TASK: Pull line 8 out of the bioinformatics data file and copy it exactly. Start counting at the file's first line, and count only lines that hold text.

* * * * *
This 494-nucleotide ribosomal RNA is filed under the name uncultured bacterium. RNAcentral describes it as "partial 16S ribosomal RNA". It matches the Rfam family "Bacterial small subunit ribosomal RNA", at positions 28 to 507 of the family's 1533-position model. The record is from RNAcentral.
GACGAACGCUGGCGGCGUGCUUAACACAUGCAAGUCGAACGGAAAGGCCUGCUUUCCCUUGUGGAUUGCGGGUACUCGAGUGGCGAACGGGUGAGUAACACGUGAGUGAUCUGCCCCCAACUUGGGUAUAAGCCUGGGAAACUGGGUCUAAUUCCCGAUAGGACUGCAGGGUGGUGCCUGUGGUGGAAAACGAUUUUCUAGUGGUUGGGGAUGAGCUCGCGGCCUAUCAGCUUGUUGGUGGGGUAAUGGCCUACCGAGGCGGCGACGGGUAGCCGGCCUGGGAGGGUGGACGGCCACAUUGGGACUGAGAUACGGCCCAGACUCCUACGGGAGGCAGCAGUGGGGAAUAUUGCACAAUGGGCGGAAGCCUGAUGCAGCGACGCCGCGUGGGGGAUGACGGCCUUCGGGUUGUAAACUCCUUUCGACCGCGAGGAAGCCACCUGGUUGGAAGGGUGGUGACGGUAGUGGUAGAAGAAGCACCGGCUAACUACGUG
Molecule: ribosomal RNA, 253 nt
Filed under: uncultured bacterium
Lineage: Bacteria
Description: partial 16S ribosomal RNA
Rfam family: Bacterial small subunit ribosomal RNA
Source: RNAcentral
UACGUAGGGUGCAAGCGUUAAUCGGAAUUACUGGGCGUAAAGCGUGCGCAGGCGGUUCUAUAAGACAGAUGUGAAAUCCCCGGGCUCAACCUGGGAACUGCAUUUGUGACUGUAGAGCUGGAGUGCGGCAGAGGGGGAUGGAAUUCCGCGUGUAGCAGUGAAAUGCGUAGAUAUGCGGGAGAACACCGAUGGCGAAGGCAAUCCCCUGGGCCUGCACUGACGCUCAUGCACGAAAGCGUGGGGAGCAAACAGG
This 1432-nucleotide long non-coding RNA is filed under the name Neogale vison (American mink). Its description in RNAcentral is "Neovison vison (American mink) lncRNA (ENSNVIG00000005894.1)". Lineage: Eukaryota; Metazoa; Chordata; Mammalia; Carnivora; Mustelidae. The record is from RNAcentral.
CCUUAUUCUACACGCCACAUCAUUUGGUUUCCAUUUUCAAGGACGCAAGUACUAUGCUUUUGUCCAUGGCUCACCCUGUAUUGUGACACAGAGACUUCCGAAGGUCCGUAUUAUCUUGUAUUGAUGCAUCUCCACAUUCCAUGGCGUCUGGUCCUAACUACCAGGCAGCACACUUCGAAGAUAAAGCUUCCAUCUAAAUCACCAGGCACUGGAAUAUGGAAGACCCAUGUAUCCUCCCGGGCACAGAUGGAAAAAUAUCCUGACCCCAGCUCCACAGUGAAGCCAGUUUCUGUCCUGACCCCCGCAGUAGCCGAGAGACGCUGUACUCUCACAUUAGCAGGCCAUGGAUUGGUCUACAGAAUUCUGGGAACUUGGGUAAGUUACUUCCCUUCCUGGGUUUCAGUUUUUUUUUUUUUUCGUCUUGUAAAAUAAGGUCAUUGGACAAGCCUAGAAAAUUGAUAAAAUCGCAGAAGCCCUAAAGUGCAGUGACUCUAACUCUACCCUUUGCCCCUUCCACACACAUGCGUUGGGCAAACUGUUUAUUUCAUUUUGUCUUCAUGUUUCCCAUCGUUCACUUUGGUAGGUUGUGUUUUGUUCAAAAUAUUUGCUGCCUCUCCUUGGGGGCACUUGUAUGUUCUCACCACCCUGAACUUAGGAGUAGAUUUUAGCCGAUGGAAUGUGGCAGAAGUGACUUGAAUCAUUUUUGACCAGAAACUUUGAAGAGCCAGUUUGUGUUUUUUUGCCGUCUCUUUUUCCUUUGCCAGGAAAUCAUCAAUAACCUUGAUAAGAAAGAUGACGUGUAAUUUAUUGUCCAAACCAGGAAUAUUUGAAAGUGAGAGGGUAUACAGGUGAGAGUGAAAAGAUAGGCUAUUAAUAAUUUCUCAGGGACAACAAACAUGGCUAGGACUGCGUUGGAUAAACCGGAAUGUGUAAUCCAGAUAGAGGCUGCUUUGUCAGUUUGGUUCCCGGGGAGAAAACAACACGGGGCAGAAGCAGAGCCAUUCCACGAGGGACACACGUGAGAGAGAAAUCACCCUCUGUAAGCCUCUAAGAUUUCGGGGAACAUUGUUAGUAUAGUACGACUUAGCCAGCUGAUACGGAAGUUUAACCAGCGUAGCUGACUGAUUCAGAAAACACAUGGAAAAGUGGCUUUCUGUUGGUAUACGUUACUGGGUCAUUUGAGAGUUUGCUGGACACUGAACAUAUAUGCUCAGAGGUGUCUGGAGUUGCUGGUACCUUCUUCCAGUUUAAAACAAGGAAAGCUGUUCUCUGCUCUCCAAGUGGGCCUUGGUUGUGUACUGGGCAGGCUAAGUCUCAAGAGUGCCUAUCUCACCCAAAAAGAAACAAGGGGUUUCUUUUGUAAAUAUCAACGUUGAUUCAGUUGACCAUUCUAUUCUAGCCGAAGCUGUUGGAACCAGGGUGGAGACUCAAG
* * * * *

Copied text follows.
Source: RNAcentral